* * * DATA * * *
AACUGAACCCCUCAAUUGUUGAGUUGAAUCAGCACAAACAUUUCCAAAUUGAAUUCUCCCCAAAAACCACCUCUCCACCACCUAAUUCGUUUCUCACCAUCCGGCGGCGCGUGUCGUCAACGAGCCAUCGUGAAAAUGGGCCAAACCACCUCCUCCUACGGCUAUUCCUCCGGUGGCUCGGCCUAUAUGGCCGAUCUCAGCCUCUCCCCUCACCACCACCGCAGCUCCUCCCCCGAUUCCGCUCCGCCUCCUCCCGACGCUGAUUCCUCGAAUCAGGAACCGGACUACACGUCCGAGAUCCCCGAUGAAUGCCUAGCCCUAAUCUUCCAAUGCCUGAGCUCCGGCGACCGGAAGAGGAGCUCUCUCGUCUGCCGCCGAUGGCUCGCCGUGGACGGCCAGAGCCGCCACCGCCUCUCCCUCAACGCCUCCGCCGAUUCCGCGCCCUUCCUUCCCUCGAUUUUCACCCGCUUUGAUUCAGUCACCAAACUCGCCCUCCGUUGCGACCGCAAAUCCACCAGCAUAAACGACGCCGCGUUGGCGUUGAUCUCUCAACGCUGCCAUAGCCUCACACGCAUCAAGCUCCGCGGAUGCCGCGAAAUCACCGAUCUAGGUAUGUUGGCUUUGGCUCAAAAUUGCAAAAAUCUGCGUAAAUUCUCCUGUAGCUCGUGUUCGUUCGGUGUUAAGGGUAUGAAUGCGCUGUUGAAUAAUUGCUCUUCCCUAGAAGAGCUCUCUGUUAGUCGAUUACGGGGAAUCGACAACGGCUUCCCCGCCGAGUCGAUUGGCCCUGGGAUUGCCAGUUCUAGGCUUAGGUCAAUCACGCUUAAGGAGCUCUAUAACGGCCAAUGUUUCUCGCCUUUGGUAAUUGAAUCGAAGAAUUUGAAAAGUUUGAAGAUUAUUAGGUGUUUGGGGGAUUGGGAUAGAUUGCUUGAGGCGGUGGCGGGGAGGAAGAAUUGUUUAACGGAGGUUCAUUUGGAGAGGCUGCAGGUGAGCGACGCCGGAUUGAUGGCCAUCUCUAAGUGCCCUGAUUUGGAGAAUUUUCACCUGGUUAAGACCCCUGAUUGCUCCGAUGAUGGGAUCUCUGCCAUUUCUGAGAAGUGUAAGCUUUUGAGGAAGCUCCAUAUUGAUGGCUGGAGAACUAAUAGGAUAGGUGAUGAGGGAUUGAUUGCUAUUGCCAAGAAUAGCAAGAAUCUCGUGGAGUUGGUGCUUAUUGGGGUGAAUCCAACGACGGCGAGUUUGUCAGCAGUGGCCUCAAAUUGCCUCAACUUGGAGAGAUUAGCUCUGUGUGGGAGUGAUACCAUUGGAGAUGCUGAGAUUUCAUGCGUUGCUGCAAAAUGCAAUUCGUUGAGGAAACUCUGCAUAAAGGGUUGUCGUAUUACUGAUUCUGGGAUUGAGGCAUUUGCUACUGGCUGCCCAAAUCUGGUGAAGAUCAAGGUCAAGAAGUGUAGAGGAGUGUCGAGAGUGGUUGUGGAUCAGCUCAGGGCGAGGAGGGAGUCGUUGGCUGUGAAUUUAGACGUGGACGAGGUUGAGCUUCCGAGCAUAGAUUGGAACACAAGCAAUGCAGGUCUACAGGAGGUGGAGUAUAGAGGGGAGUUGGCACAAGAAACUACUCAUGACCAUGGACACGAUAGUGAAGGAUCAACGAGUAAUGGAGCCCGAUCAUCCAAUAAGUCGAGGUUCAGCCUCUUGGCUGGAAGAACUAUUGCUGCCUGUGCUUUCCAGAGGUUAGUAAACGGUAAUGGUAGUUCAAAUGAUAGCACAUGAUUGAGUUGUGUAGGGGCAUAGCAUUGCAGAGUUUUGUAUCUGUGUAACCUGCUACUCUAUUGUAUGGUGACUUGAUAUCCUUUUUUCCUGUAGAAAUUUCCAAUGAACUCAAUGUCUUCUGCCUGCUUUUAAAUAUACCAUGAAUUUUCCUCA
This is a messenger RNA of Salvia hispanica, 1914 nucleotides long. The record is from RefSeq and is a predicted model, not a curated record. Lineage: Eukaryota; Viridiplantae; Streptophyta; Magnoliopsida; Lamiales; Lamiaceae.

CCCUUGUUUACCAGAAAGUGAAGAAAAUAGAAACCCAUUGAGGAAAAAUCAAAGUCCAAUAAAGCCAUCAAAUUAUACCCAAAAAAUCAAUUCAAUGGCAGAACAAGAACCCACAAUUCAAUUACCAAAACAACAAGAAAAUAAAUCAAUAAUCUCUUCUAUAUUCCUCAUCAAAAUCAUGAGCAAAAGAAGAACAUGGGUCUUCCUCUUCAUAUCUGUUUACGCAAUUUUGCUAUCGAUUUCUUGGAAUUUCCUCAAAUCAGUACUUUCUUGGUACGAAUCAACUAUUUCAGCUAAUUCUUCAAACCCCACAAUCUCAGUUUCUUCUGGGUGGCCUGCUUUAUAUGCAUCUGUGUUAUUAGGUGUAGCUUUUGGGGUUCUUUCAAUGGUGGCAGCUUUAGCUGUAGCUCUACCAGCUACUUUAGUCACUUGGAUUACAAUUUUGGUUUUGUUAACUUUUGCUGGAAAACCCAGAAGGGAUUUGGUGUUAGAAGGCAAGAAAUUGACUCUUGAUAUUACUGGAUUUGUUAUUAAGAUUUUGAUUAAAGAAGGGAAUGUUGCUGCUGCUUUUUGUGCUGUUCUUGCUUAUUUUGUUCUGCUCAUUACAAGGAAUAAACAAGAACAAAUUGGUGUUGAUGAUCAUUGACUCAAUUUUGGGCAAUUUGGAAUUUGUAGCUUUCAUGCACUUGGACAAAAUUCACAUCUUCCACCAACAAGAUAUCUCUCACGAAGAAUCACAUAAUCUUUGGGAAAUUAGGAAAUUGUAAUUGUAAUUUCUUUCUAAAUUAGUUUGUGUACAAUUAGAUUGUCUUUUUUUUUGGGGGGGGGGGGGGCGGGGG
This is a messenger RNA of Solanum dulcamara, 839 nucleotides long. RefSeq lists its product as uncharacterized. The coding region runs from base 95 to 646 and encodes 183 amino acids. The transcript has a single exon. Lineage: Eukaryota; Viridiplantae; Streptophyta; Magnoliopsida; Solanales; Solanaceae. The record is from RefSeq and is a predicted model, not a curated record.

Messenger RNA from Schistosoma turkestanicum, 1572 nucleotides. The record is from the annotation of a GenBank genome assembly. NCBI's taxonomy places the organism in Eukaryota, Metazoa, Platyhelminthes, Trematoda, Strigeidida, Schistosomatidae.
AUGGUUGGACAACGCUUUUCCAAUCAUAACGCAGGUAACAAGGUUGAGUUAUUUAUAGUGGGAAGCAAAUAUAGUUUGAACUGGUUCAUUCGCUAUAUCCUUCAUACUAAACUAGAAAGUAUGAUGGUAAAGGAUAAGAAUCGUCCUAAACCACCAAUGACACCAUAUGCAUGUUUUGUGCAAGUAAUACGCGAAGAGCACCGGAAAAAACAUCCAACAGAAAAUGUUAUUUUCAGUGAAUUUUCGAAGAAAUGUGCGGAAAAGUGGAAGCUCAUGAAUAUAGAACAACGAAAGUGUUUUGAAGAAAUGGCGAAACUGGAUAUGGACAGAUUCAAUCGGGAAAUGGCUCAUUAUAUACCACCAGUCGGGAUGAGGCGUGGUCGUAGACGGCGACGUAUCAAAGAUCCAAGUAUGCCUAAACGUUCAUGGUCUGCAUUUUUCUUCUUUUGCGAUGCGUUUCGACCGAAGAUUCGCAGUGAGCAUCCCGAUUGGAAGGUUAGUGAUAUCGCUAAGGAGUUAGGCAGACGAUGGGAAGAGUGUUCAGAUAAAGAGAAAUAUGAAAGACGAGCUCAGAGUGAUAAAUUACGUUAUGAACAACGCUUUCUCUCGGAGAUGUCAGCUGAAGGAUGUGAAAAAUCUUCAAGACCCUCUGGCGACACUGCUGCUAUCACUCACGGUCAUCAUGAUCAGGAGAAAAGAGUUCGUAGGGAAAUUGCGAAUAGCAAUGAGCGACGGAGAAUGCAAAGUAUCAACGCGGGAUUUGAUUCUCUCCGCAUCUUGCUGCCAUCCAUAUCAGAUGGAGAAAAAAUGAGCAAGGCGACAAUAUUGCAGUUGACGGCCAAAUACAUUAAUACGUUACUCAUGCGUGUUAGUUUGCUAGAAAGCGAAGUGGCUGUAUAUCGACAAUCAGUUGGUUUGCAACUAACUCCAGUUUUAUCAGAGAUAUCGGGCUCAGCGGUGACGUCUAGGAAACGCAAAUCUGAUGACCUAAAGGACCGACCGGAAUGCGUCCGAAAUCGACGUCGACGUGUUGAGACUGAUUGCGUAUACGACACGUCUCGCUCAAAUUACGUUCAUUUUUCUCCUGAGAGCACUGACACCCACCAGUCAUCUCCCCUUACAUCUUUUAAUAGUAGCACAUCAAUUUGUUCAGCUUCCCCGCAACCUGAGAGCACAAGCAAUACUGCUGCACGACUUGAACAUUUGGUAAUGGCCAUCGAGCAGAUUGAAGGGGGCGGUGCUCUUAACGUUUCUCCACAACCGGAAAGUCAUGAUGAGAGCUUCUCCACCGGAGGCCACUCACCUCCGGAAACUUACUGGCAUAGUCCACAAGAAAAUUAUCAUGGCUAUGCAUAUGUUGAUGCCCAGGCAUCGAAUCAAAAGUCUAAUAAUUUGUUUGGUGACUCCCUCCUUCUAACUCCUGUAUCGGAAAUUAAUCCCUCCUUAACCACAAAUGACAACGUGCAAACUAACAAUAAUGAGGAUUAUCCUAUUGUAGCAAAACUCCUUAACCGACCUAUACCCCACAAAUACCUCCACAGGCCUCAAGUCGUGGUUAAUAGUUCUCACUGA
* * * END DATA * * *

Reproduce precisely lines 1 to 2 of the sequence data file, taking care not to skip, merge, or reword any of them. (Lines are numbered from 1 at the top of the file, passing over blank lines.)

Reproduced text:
AACUGAACCCCUCAAUUGUUGAGUUGAAUCAGCACAAACAUUUCCAAAUUGAAUUCUCCCCAAAAACCACCUCUCCACCACCUAAUUCGUUUCUCACCAUCCGGCGGCGCGUGUCGUCAACGAGCCAUCGUGAAAAUGGGCCAAACCACCUCCUCCUACGGCUAUUCCUCCGGUGGCUCGGCCUAUAUGGCCGAUCUCAGCCUCUCCCCUCACCACCACCGCAGCUCCUCCCCCGAUUCCGCUCCGCCUCCUCCCGACGCUGAUUCCUCGAAUCAGGAACCGGACUACACGUCCGAGAUCCCCGAUGAAUGCCUAGCCCUAAUCUUCCAAUGCCUGAGCUCCGGCGACCGGAAGAGGAGCUCUCUCGUCUGCCGCCGAUGGCUCGCCGUGGACGGCCAGAGCCGCCACCGCCUCUCCCUCAACGCCUCCGCCGAUUCCGCGCCCUUCCUUCCCUCGAUUUUCACCCGCUUUGAUUCAGUCACCAAACUCGCCCUCCGUUGCGACCGCAAAUCCACCAGCAUAAACGACGCCGCGUUGGCGUUGAUCUCUCAACGCUGCCAUAGCCUCACACGCAUCAAGCUCCGCGGAUGCCGCGAAAUCACCGAUCUAGGUAUGUUGGCUUUGGCUCAAAAUUGCAAAAAUCUGCGUAAAUUCUCCUGUAGCUCGUGUUCGUUCGGUGUUAAGGGUAUGAAUGCGCUGUUGAAUAAUUGCUCUUCCCUAGAAGAGCUCUCUGUUAGUCGAUUACGGGGAAUCGACAACGGCUUCCCCGCCGAGUCGAUUGGCCCUGGGAUUGCCAGUUCUAGGCUUAGGUCAAUCACGCUUAAGGAGCUCUAUAACGGCCAAUGUUUCUCGCCUUUGGUAAUUGAAUCGAAGAAUUUGAAAAGUUUGAAGAUUAUUAGGUGUUUGGGGGAUUGGGAUAGAUUGCUUGAGGCGGUGGCGGGGAGGAAGAAUUGUUUAACGGAGGUUCAUUUGGAGAGGCUGCAGGUGAGCGACGCCGGAUUGAUGGCCAUCUCUAAGUGCCCUGAUUUGGAGAAUUUUCACCUGGUUAAGACCCCUGAUUGCUCCGAUGAUGGGAUCUCUGCCAUUUCUGAGAAGUGUAAGCUUUUGAGGAAGCUCCAUAUUGAUGGCUGGAGAACUAAUAGGAUAGGUGAUGAGGGAUUGAUUGCUAUUGCCAAGAAUAGCAAGAAUCUCGUGGAGUUGGUGCUUAUUGGGGUGAAUCCAACGACGGCGAGUUUGUCAGCAGUGGCCUCAAAUUGCCUCAACUUGGAGAGAUUAGCUCUGUGUGGGAGUGAUACCAUUGGAGAUGCUGAGAUUUCAUGCGUUGCUGCAAAAUGCAAUUCGUUGAGGAAACUCUGCAUAAAGGGUUGUCGUAUUACUGAUUCUGGGAUUGAGGCAUUUGCUACUGGCUGCCCAAAUCUGGUGAAGAUCAAGGUCAAGAAGUGUAGAGGAGUGUCGAGAGUGGUUGUGGAUCAGCUCAGGGCGAGGAGGGAGUCGUUGGCUGUGAAUUUAGACGUGGACGAGGUUGAGCUUCCGAGCAUAGAUUGGAACACAAGCAAUGCAGGUCUACAGGAGGUGGAGUAUAGAGGGGAGUUGGCACAAGAAACUACUCAUGACCAUGGACACGAUAGUGAAGGAUCAACGAGUAAUGGAGCCCGAUCAUCCAAUAAGUCGAGGUUCAGCCUCUUGGCUGGAAGAACUAUUGCUGCCUGUGCUUUCCAGAGGUUAGUAAACGGUAAUGGUAGUUCAAAUGAUAGCACAUGAUUGAGUUGUGUAGGGGCAUAGCAUUGCAGAGUUUUGUAUCUGUGUAACCUGCUACUCUAUUGUAUGGUGACUUGAUAUCCUUUUUUCCUGUAGAAAUUUCCAAUGAACUCAAUGUCUUCUGCCUGCUUUUAAAUAUACCAUGAAUUUUCCUCA
This is a messenger RNA of Salvia hispanica, 1914 nucleotides long. The record is from RefSeq and is a predicted model, not a curated record. Lineage: Eukaryota; Viridiplantae; Streptophyta; Magnoliopsida; Lamiales; Lamiaceae.